Mountain Resort Maverick
When it comes to resort makeovers, all roads lead to Auden Schendler. The 36-year-old managing director of community and environmental responsibility for Aspen Skiing Company was the first to convert a major resort to 100 percent wind power; installed the industry's largest solar array; and tested water-free urinals (which flopped due to, er, sanitation issues). But his vision goes beyond Aspen: Last fall, on behalf of ASC, he filed a friend-of-the-court brief supporting 12 states in the Supreme Court case Massachusetts v. EPA, to force the federal government to regulate greenhouse gases as a pollutant.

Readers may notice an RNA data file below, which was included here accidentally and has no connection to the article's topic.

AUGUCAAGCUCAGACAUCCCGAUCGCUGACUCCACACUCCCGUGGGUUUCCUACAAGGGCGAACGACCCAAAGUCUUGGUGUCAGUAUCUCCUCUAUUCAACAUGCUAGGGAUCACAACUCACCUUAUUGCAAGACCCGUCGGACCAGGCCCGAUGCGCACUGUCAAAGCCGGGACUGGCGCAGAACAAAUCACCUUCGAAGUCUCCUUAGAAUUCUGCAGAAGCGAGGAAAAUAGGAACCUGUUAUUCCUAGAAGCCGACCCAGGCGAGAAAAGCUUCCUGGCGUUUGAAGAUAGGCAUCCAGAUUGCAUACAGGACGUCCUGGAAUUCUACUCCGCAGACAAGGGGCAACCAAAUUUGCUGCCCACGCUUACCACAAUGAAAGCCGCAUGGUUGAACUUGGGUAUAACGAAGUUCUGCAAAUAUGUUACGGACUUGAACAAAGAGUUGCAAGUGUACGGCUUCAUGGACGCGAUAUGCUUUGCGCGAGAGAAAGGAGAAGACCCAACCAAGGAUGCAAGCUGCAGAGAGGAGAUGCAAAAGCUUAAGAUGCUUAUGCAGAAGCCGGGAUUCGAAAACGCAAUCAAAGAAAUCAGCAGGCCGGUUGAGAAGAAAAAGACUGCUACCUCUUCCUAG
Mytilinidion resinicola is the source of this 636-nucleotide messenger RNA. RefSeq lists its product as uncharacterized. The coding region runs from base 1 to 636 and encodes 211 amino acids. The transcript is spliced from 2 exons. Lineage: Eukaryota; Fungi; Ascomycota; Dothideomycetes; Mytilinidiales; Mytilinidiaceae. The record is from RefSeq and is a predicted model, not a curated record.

Air conditioning from giant vats of melting ice! Lights that turn on and off with the sun! Countertops of recycled glass! Such are the futuristic ingredients in Manhattan's One Bryant Park, a 54-story glass-and-steel monolith on track to become the country's greenest skyscraper. Designed by Richard Cook, 46, and his New York firm, Cook + FoxArchitects, to comply with LEED's platinum standards (the U.S. Green Building Council's highest benchmark for sustainable buildings), OBP is outfitted with an on-site power plant, water tanks that catch and recycle rain, and a filtration system that strips 95 percent of lung-clogging particulates from interior air. When it's finished, in 2008, the 2.2-million-square-foot spire-topped tower will house Bank of America's New York headquarters, retail shops and restaurants, and a 1,000-seat Broadway theater. "I want people to feel in their bones that this is a fundamentally different building that's designed not just to sit there," Cook says, "but to interact with themto remind them that they're part of the building and the building is part of the environment."